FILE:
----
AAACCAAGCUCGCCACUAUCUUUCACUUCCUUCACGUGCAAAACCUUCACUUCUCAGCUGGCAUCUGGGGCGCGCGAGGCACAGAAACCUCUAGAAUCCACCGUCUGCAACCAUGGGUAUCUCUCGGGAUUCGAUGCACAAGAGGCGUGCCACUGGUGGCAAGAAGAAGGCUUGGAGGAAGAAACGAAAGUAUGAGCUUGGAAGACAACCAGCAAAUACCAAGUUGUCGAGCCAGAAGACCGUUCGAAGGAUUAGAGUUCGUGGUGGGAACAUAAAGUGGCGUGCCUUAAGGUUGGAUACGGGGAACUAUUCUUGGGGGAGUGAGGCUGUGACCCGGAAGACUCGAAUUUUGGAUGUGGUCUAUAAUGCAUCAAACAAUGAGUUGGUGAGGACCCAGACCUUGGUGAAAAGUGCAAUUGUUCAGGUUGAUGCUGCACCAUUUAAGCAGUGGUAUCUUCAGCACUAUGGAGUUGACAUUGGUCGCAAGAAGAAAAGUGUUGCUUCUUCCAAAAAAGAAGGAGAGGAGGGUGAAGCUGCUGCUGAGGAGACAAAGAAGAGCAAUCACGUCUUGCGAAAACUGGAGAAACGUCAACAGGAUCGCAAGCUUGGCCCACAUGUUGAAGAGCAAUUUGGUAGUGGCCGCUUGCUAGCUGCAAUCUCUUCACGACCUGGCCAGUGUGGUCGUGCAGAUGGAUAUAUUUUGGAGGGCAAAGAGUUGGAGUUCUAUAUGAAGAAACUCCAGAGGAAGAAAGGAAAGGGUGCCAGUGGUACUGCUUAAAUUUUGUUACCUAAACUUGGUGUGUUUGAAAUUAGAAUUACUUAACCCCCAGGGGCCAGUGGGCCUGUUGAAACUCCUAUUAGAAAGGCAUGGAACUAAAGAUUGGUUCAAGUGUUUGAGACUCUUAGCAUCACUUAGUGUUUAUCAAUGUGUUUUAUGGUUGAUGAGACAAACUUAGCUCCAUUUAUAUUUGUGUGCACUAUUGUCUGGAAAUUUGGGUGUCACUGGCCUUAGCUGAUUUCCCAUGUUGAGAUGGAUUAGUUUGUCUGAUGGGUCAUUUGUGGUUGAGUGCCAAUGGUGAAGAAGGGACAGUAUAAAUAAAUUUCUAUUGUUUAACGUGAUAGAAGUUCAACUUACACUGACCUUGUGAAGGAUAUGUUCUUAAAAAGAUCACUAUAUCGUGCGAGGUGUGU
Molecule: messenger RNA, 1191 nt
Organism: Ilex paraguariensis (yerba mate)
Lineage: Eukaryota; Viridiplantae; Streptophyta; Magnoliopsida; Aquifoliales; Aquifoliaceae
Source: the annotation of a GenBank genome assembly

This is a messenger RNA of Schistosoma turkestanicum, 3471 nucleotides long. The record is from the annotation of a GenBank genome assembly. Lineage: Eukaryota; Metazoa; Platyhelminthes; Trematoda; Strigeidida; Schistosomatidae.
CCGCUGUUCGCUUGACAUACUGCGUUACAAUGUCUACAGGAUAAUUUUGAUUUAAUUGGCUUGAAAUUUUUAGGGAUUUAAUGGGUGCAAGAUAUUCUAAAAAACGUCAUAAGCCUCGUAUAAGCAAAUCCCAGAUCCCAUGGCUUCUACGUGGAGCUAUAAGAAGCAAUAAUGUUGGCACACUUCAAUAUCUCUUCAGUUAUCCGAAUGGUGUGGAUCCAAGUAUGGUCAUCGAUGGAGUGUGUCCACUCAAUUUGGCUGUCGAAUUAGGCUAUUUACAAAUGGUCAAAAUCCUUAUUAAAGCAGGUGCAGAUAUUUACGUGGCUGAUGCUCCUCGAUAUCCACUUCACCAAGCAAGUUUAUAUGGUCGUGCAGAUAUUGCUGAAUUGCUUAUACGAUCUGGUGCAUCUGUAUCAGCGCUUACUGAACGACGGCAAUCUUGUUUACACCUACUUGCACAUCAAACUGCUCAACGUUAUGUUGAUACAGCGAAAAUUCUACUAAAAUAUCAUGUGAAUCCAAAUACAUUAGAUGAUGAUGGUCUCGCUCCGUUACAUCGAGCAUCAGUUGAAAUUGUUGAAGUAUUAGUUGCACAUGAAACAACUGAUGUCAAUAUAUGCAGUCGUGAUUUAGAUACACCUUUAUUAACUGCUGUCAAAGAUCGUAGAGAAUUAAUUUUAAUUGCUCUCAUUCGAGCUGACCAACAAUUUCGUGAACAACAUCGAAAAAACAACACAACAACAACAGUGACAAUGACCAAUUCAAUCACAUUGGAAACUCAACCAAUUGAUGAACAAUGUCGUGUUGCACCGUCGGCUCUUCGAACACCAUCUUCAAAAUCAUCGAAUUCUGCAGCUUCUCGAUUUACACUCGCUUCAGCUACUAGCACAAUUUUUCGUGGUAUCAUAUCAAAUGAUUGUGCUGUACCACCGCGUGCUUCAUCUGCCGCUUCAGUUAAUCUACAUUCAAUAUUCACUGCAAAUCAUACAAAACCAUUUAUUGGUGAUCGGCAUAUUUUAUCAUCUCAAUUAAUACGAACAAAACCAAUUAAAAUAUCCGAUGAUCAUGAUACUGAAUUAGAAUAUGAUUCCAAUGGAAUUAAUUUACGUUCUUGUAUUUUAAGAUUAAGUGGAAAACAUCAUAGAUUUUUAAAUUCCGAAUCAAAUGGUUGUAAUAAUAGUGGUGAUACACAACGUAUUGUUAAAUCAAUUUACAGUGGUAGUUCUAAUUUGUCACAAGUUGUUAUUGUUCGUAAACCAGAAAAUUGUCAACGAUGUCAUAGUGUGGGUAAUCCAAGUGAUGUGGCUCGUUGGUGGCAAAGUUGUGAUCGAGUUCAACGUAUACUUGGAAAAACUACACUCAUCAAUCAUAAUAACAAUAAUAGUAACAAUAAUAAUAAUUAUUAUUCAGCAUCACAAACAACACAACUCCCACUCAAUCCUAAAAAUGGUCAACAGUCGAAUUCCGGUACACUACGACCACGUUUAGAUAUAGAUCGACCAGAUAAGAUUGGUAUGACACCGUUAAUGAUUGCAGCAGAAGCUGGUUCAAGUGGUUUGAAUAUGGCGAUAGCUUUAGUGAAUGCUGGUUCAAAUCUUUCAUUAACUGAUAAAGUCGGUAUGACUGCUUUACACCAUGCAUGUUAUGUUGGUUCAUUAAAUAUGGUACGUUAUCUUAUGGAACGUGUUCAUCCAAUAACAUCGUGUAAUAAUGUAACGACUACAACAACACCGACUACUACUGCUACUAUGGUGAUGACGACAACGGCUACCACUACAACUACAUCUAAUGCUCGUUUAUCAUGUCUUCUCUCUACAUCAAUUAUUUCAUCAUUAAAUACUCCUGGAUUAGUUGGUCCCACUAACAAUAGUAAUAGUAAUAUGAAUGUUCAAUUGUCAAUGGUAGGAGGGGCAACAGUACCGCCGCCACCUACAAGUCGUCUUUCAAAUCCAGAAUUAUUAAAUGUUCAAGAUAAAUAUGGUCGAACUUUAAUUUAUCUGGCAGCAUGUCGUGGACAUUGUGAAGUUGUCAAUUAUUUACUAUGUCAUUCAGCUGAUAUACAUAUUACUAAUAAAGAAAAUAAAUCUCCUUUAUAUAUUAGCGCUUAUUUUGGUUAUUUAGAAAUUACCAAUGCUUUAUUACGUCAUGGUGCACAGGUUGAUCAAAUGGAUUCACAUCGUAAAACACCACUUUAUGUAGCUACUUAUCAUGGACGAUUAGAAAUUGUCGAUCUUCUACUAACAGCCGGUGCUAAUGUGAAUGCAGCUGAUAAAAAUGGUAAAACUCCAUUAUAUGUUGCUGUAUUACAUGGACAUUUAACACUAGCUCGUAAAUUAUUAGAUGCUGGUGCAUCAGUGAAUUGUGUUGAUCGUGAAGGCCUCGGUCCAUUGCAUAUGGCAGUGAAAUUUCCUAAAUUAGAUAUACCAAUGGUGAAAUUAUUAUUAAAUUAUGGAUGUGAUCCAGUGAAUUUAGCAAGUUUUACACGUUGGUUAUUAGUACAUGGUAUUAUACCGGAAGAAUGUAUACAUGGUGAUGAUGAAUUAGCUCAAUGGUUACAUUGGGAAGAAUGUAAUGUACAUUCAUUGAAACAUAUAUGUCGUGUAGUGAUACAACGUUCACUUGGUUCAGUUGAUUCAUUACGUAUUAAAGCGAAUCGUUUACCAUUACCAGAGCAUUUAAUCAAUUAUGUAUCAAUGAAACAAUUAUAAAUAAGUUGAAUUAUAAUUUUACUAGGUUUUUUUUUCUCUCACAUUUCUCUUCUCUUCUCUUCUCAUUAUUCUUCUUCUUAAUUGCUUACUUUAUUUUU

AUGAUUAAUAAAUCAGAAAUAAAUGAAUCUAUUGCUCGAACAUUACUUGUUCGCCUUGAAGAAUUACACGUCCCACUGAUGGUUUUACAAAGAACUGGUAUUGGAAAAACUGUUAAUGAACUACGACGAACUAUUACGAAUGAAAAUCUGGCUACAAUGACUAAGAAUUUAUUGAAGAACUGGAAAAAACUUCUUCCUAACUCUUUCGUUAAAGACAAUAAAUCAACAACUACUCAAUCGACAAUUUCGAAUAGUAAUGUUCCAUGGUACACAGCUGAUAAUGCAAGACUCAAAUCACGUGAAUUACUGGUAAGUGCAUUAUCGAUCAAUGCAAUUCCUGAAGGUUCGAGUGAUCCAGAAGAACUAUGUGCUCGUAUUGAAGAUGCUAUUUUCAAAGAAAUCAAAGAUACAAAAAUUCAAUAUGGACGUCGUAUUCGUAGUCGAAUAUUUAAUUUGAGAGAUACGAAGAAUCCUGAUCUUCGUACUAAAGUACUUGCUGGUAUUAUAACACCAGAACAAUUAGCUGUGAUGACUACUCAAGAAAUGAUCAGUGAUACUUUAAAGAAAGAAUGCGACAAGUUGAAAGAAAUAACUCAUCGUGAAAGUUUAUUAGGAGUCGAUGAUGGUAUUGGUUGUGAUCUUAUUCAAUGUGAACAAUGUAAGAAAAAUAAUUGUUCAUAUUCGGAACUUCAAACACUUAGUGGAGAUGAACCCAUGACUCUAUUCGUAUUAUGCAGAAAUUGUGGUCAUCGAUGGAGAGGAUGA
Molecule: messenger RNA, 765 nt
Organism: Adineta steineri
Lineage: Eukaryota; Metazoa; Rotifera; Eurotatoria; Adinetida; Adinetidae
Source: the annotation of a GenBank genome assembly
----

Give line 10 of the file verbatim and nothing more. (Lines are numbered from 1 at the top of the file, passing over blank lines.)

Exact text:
Organism: Adineta steineri